Home » Banff National Park, Jasper National Park » Bow Summit to Saskatchewan Crossing
Section 2: Bow Summit to Saskatchewan Crossing
Total distance: 37 kilometres (24 miles)
Travel time: 0.75 hours
From Bow Summit, the Icefields Parkway drops sharply down to the upper reaches of the Mistaya River valley and takes you through grove after grove of engelmann and blue spruce. At kilometre 48, eight kilometres beyond Bow Summit, there is a rest stop and viewpoint for Snowbird Glacier on the left side of the highway.
As you near Waterfowl Lakes at the 56-kilometre mark, watch the roadsides for moose. One spring I sat in my car opposite Waterfowl Lakes campground and watched a moose cow with a young calf trying to swim across the far end of the lake. The mother was in the water swimming away, but her little calf was having none of it. Each time it put a foot into the ice cold water it would leap back and jump around on the shore like it had been bitten. In the end, the mom had to abandon her ideas of getting to the other side quickly and the two of them went around the long way. At the far end of the Waterfowl Lakes area standing guard over 3000 metres above Lower Waterfowl Lake is the massive peak of Mount Chephren, known as “The Black Pyramid” for its distinctive shape. Beyond Chephren a few kilometres and on your right is Mount Murchison, and Mount Sarbach is visible on your left as you begin the descent towards the North Saskatchewan River and The Crossing.
The Mistaya Canyon trailhead is located at kilometre 71, and from this point forth be on the lookout for black bears and the other large animals that call this area home. While crossing the bridge over the North Saskatchewan at kilometre 76 in the spring of 1996, park wolf researcher Carolyn Callaghan watched a gray wolf loping along the river’s edge directly below.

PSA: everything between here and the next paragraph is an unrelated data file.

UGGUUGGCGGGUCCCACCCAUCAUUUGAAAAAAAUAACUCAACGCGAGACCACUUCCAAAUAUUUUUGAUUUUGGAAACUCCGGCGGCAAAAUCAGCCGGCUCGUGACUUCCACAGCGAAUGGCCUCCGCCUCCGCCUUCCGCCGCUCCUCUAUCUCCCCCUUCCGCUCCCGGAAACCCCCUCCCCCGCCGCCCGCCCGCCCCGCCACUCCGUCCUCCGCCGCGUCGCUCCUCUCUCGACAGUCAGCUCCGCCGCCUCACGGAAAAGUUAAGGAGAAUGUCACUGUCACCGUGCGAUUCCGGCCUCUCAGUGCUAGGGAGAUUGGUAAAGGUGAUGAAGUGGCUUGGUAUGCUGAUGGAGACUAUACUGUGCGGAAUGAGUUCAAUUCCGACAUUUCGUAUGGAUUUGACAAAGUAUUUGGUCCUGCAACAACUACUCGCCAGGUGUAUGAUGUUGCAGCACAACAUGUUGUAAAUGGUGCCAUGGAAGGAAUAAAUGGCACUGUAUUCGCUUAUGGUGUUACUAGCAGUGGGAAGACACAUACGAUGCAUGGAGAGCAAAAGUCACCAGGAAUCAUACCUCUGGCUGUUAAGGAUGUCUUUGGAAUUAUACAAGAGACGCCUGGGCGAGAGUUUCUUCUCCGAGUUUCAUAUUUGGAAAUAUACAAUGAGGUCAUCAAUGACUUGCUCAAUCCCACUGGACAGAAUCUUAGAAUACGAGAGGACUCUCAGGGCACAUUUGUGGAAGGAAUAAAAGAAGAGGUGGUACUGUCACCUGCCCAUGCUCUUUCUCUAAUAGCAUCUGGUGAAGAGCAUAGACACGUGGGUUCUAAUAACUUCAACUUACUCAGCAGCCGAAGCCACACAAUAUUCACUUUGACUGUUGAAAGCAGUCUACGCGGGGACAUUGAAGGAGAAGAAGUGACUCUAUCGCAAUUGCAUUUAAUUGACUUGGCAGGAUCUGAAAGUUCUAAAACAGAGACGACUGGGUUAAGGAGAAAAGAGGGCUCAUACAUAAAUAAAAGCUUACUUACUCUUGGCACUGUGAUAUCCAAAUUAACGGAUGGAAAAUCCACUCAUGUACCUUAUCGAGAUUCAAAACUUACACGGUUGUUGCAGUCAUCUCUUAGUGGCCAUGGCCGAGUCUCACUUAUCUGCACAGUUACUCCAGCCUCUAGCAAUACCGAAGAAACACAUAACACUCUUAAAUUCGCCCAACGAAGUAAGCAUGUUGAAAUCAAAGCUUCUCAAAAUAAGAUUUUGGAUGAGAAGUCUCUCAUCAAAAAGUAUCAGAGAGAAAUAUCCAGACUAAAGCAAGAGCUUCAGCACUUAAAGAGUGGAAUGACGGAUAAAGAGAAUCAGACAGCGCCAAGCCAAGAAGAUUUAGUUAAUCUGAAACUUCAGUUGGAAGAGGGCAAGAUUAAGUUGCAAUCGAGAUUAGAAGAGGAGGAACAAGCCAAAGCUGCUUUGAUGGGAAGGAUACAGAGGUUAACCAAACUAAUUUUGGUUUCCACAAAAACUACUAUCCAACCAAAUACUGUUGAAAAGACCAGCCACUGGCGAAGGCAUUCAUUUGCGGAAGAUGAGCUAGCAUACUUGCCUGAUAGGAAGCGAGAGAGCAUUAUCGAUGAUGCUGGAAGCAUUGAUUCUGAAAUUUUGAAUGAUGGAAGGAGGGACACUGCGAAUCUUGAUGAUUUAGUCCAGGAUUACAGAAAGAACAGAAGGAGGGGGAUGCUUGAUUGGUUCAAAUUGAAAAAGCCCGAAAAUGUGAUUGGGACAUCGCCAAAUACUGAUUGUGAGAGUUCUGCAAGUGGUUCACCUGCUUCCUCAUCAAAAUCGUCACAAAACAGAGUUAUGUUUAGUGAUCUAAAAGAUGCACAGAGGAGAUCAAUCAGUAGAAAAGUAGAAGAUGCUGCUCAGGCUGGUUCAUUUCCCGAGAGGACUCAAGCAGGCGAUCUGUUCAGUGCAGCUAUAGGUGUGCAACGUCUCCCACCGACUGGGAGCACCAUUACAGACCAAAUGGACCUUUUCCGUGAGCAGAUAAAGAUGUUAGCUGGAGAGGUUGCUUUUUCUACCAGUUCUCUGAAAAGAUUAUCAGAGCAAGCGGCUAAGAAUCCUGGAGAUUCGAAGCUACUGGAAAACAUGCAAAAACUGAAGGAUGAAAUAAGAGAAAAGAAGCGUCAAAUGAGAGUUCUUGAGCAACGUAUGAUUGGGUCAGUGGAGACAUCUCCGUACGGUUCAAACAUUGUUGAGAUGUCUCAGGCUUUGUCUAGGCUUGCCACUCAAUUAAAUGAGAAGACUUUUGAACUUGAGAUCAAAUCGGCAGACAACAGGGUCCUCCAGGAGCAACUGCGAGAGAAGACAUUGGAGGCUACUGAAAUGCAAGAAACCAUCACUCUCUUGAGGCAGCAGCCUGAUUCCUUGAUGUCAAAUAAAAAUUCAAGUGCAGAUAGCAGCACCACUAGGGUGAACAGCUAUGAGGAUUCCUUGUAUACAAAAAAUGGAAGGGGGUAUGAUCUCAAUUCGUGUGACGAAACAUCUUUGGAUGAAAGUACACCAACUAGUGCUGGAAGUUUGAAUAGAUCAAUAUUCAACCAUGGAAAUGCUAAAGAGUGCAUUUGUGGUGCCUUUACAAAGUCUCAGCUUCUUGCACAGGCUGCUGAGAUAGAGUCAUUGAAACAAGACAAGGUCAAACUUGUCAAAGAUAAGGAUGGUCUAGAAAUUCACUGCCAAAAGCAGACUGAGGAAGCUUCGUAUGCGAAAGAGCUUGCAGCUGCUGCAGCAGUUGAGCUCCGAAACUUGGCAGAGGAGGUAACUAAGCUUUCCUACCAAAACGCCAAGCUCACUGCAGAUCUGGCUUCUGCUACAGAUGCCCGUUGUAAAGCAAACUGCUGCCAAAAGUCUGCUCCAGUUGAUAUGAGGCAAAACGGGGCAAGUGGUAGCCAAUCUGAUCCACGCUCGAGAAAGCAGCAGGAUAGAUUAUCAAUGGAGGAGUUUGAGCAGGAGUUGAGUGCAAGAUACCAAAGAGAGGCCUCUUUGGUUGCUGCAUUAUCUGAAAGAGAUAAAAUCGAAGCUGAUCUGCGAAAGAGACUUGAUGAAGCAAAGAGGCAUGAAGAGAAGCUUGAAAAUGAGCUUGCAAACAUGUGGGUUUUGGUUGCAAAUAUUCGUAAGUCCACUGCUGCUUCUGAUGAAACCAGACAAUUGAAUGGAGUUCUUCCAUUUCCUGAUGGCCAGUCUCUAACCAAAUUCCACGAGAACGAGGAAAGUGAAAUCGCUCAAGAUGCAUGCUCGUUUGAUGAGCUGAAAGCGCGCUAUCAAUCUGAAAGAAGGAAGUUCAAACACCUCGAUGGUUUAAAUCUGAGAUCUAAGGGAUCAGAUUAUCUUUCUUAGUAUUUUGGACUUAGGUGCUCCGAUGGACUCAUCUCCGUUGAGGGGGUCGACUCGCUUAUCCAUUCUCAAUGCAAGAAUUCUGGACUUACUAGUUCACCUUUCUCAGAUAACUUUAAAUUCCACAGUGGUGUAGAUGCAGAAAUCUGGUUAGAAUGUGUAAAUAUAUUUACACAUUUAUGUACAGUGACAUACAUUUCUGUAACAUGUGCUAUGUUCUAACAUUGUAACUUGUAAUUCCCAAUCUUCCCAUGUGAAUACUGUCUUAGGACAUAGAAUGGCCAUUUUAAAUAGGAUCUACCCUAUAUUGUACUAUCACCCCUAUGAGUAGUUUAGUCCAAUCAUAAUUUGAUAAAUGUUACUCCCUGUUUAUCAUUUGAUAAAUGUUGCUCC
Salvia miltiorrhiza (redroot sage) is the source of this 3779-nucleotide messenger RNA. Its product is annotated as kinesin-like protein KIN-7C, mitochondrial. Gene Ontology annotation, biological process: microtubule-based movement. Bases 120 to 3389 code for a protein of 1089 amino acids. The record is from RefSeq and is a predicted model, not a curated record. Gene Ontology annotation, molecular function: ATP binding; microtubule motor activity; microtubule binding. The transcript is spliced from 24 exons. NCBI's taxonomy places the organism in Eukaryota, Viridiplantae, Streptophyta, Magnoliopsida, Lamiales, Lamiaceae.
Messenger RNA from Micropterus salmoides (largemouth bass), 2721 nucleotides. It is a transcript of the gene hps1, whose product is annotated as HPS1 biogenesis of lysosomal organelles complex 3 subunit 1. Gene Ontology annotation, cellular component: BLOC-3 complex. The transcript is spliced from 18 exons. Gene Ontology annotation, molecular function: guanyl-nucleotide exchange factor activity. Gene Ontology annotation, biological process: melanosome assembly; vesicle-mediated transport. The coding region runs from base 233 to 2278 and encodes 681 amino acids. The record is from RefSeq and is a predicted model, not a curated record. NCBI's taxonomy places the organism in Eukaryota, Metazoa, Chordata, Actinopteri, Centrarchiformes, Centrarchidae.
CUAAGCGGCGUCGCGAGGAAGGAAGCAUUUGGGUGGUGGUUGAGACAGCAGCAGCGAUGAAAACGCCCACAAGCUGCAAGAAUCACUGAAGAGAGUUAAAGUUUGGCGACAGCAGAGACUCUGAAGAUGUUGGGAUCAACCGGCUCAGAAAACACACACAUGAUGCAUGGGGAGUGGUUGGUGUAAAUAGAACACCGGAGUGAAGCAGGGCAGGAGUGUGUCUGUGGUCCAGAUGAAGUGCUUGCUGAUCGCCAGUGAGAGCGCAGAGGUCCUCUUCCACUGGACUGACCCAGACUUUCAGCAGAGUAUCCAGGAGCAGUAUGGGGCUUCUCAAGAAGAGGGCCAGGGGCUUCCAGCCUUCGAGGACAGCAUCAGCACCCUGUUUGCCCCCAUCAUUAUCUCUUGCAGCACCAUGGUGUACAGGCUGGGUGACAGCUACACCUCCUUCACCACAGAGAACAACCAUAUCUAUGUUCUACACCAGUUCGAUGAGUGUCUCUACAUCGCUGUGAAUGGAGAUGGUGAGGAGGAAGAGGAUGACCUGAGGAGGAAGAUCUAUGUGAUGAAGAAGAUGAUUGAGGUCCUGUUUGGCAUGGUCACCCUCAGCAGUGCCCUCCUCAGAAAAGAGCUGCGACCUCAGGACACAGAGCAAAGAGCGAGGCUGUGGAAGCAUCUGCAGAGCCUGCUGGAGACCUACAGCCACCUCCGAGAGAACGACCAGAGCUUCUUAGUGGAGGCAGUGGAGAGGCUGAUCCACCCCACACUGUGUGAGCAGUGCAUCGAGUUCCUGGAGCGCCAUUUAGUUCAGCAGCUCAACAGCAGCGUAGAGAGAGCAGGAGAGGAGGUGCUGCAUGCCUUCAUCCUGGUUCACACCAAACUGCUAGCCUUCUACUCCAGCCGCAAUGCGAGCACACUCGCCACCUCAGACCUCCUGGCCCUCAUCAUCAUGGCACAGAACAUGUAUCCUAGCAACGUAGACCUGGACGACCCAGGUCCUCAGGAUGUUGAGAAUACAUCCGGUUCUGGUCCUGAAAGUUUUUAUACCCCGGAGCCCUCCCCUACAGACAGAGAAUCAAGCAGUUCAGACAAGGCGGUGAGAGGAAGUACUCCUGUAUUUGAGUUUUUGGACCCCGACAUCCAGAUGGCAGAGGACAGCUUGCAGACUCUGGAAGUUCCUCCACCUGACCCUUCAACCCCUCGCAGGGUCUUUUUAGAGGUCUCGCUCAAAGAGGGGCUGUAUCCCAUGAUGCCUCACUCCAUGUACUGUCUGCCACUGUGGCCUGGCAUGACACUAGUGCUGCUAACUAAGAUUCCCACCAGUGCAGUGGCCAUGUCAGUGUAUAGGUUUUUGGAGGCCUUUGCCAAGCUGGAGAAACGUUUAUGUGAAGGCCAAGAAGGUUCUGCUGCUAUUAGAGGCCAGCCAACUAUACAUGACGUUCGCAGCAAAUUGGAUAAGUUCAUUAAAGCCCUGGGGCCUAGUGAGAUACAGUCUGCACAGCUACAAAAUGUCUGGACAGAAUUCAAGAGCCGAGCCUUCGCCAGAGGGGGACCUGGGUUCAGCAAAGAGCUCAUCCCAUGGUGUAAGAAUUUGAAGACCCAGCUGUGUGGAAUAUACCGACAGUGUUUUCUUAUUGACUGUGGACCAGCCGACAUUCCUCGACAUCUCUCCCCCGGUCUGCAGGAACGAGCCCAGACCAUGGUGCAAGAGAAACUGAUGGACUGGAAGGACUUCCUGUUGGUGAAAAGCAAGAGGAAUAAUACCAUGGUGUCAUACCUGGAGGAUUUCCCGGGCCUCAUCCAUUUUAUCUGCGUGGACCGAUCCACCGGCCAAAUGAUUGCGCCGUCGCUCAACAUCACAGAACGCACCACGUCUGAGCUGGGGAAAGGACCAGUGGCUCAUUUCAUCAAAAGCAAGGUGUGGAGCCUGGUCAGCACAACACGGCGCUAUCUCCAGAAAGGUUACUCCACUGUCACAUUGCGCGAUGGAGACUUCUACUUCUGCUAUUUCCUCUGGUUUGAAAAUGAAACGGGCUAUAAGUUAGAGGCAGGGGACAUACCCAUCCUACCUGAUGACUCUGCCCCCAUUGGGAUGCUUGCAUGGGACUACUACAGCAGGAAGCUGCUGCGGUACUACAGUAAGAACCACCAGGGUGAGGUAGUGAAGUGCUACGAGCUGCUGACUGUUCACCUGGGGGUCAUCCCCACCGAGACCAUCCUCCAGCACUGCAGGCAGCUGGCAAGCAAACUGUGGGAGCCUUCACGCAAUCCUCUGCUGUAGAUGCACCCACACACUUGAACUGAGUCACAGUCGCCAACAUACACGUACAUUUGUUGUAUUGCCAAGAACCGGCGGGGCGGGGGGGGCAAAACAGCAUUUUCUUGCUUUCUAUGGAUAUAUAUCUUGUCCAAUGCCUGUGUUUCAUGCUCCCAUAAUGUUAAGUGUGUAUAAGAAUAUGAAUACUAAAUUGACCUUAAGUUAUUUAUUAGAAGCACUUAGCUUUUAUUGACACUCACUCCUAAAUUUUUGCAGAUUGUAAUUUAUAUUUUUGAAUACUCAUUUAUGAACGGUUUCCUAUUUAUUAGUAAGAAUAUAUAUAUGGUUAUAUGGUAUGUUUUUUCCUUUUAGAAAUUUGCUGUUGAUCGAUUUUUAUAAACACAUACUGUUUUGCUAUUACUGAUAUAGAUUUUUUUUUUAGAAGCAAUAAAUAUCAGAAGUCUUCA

This area is known as the Saskatchewan River Crossing, or The Crossing, because it is where the pack trains of the explorers and fur traders in the 1800s used to cross the river on route to the wilds of British Columbia. It is the meeting place of the waters of the Howse River, the Mistaya River and the North Saskatchewan.
Artist Milton Achtymichuk brings back the flavour of the fur trade with this beautiful oil rendering of the trappers that characterized the early days at the Crossing.
At kilometre 77 is the turn-off for Highway 11 to Red Deer, an excellent route to travel in spring if you’re looking for black bears, and The Crossing restaurant, gas station and accommodation. After you’ve enjoyed the view of Mts. Sarbach, Outram and Forbes from the parking lot, continue north on the Icefields Parkway towards the Columbia Icefields.